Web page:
What are failures? Do you need to be afraid of them? Is it right to use the failures of others as a moment of superiority over them? You can learn more about this from the story of Dustin Fife, as well as by reading prime essays on this topic, because it is very important to understand that making mistakes is normal, and you shouldn't feel depressed and ashamed, you should use your mistakes as learning material.
I have failed numerous times in my life, but we usually do not discuss our failures. If you have ever been to a library conference, board meeting, or office party you have heard endless expositions of triumphs and laudable results. Failure is unacceptable in our society and, more often than not, in our work places. We treat other people’s simple mistakes and good-faith efforts gone awry as personal opportunities to gain advantages. We have all seen people do this and many of us have done it ourselves. I understand that workplaces are competitive, but at what cost?
Failure is inevitable, but what do we personally, professionally, and institutionally lose by not discussing it openly and honestly? Even if we do discuss our failures within a safe space, what do we lose by not sharing what we have learned more broadly? Now this isn’t me trying to say my failures weren’t actually failures because I learned something from them. This is me sharing my failures and some of the lessons that I have learned in hopes of helping someone else avoid the same fate. So, let’s discuss three of my failures.
The Insecure Man-Child
When I began my job in San Juan County I had almost no library experience. On my first day of work I was in charge of a branch library and within two months was managing the entire system. Unfortunately though, I was too insecure to ask for help. I did not want my employees to know that I knew less than them. I did not want the library board to know that I was learning on the go. I did not admit to myself that I needed help. It took me several months before I started reaching out to an amazing library board president and other librarians from around the state. Instead of being met with scoffs from unsympathetic colleagues as I assumed I would be, I was given every chance to succeed by committed individuals who invested in me. They created a safety net for me that allowed me to grow and learn. I was working hard, but I wasted several months groping in the dark before I allowed people to help me.
This leads to two important questions: are you part of someone’s safety net and do you feel like your supervisors and colleagues are a safety net for you? Everyone needs a safety net. If we are going to be creative and innovative we are going to fail. I was given a safety net and now I try to be a safety net for others.
I began telling people as early as the sixth grade that I was going to be a history professor. I loved history and I did well at school. When I began graduate school in history I became very depressed after just one semester. I was not sufficiently self-aware to connect the dots right away, but by my second year I knew I did not want to continue. The only problem was, I did not know how to articulate this to myself or other people. I was newly married and had told my wife that I was going to be a professor. I felt like I would be letting her down or changing the game on her if I changed my mind. I had always discussed grand plans with my friends and family, what would they think of me for giving up so easily. I just kept trudging along until my lovely wife confronted me. She knew I was unhappy and I finally let it all out. More than anything she was relieved that I had finally discussed this with her. She helped me search for other opportunities and because of her I now have a career that I love. My failure wasn’t not becoming a professor, it was not trusting the people who loved me the most.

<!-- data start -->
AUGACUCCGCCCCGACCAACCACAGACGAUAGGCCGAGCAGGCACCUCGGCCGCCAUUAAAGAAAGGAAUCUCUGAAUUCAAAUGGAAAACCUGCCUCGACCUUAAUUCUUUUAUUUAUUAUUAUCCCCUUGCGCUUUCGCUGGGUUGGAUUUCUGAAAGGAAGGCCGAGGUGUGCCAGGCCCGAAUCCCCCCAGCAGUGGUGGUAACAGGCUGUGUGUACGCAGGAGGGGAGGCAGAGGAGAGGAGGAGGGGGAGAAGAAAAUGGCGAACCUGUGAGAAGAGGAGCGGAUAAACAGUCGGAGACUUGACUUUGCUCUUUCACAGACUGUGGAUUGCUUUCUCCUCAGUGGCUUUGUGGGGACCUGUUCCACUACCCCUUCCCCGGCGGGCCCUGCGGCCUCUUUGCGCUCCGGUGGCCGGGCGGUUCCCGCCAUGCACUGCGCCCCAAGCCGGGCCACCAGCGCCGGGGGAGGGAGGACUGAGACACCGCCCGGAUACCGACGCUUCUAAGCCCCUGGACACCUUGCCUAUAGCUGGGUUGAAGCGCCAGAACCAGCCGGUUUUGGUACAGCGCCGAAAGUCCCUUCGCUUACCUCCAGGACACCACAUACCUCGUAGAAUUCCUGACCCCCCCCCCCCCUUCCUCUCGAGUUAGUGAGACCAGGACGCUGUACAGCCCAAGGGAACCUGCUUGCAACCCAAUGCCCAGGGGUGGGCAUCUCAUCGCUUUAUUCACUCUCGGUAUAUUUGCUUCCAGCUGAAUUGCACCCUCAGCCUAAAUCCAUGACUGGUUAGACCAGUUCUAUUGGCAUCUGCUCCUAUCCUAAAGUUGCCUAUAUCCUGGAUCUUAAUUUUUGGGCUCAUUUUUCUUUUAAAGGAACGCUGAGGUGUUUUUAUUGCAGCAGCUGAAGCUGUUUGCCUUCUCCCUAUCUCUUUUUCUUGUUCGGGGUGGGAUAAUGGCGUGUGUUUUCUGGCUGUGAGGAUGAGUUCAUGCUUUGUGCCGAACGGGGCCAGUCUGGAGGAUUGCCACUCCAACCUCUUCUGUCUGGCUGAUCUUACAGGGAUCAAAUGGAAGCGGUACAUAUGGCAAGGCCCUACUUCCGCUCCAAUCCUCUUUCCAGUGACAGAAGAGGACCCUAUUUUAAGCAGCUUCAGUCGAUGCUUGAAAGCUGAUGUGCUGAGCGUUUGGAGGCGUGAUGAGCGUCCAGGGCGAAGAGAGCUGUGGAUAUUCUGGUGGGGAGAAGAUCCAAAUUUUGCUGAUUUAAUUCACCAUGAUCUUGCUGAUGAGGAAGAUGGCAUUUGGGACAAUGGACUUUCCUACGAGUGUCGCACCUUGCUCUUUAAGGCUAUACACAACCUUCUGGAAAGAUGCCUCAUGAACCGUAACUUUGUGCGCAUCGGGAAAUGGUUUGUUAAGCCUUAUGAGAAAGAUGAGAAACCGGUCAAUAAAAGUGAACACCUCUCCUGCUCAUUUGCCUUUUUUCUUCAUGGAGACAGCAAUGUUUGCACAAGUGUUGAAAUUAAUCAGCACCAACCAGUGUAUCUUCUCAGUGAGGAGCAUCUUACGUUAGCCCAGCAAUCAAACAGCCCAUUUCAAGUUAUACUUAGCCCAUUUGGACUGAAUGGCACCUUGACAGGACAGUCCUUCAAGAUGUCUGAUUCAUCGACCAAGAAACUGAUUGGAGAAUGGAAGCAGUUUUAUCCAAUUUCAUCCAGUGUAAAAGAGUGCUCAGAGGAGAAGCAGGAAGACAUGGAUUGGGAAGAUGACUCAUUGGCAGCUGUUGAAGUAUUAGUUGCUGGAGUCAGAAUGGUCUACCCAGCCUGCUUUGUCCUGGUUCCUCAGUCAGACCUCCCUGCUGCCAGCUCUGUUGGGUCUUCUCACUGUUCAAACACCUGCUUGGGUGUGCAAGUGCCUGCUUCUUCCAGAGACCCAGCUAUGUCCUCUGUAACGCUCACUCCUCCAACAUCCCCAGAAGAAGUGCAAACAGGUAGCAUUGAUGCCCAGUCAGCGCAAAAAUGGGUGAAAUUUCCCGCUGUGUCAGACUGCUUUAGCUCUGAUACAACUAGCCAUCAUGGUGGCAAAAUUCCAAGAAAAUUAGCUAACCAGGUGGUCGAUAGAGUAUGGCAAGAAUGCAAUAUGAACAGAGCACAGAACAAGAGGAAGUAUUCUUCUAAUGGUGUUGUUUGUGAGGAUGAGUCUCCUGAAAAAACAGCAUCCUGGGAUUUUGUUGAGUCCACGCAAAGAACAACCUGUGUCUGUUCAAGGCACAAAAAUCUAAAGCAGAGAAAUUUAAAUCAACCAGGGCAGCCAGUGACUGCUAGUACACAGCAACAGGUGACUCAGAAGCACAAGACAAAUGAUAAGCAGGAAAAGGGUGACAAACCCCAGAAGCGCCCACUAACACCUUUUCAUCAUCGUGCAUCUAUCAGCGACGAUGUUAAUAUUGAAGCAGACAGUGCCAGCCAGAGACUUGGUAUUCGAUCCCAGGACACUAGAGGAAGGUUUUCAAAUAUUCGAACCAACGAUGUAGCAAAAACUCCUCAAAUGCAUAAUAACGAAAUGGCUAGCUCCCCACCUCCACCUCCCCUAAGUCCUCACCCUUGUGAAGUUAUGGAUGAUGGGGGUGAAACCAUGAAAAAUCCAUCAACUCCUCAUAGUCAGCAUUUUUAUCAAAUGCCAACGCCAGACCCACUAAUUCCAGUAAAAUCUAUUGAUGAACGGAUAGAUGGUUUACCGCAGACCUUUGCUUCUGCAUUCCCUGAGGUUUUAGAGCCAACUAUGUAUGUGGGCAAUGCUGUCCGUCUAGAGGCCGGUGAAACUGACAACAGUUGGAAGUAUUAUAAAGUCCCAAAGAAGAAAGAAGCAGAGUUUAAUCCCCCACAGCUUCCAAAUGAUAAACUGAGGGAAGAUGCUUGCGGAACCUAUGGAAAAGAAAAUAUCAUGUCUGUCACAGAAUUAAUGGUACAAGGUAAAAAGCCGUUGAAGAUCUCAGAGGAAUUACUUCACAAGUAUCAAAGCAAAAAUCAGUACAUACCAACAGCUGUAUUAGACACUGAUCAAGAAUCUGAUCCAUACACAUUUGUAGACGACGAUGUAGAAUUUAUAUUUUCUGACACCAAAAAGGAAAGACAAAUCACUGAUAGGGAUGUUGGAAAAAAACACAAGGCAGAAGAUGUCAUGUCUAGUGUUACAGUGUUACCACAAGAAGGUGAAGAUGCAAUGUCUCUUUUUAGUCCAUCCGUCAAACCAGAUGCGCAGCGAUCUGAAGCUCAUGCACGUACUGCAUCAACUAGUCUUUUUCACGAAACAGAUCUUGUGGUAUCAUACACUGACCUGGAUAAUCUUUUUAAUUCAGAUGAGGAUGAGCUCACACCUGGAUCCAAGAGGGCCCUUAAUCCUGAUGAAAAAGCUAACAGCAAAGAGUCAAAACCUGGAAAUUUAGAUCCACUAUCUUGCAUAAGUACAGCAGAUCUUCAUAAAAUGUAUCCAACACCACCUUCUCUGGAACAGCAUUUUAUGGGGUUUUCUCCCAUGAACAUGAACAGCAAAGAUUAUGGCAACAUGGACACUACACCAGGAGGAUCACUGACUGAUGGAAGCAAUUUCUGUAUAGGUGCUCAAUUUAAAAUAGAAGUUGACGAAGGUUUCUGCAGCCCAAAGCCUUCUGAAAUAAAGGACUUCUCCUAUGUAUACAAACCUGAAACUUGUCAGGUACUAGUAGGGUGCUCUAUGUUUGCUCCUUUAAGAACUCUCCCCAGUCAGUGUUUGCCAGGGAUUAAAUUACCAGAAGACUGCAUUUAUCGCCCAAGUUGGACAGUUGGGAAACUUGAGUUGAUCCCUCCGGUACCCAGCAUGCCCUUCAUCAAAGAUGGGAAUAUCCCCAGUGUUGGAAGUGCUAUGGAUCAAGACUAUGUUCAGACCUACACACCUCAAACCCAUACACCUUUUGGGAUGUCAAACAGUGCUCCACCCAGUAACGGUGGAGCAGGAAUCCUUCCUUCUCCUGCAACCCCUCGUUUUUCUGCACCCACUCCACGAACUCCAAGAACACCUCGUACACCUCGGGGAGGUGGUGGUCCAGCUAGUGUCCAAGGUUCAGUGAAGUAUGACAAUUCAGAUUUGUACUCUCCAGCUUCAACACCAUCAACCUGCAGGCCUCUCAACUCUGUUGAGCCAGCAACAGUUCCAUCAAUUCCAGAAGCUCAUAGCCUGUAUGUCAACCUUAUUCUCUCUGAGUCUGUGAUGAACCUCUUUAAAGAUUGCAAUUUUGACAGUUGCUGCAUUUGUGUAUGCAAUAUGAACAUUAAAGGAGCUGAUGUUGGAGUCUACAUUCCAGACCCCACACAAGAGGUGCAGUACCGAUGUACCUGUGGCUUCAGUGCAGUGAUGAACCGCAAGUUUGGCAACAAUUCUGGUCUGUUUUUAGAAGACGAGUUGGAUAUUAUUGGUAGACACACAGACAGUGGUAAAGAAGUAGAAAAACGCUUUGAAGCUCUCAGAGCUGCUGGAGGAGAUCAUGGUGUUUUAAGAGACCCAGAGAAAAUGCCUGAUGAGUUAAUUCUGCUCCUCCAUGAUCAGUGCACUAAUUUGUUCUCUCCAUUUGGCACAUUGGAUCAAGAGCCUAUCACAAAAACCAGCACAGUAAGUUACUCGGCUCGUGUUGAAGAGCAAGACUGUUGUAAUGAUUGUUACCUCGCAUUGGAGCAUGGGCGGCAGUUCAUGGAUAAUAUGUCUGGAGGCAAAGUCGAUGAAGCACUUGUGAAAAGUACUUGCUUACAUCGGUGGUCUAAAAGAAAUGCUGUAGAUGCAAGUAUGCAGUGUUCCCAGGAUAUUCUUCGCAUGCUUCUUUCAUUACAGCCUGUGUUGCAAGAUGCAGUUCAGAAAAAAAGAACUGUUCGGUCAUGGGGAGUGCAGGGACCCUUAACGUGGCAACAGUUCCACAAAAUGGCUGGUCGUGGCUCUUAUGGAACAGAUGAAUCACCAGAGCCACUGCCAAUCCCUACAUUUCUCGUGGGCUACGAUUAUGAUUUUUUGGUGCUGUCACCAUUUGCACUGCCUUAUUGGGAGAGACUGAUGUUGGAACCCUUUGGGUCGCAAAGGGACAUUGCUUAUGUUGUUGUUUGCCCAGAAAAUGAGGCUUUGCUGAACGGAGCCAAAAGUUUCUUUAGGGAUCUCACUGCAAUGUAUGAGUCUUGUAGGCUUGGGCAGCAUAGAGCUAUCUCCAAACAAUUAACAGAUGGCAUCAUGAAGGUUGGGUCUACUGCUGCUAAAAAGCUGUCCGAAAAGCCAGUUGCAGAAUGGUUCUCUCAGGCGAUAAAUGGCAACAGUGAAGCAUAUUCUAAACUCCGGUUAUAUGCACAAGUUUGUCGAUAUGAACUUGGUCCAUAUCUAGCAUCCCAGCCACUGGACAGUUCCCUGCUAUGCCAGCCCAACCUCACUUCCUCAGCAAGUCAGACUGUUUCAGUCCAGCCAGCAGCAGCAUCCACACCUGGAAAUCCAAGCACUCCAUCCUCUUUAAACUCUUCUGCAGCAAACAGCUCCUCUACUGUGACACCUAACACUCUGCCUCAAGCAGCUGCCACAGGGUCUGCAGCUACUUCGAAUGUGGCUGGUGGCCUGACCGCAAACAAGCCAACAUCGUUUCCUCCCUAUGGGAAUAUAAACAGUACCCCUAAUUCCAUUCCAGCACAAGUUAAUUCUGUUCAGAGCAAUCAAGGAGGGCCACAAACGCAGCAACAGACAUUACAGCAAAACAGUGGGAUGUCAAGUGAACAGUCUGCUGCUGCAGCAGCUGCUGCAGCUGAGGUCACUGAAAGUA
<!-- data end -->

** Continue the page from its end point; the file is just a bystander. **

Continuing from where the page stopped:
Everyone needs people in their lives that will confront them with hard truths and then support and love them unconditionally.
For years my wife has taken great care of our ninety-something year-old neighbor. She invited her to meals, holidays, and simply to visit. Earlier this year she invited our neighbor over for dinner on Mother’s Day. She came, we had good food and a nice visit, and later that night she died. She had told her cousin what a wonderful dinner and evening she had had, and her cousin relayed this compliment to me. This woman had very little family and almost nothing to do. I could have done so much more for her and now she is gone. For some reason I thought a ninety-something year-old woman would be there forever. This might be more a regret than a failure, but what if that was my mother or my wife. I could have done so much more to make her life enjoyable.
I know we are all working hard, but there is always something more that we can do.
Now, why am I discussing all of this in an article that is supposed to be about innovations. I believe that it is an innovation to discuss failure. We all need to openly discuss what went wrong. My failures stay with me much longer than my successes and mean much more to me in the end. We all need to work on self-awareness, emotional intelligence, and emotional maturity. I believe that discussing failure will go along way to help each of us do that. I would also suggest that you all read a book called True North: Discover your Authentic Leadership by Bill George.
May The Failures Be With You.
By: Dustin Fife, San Juan County Library Director and ULA President-Elect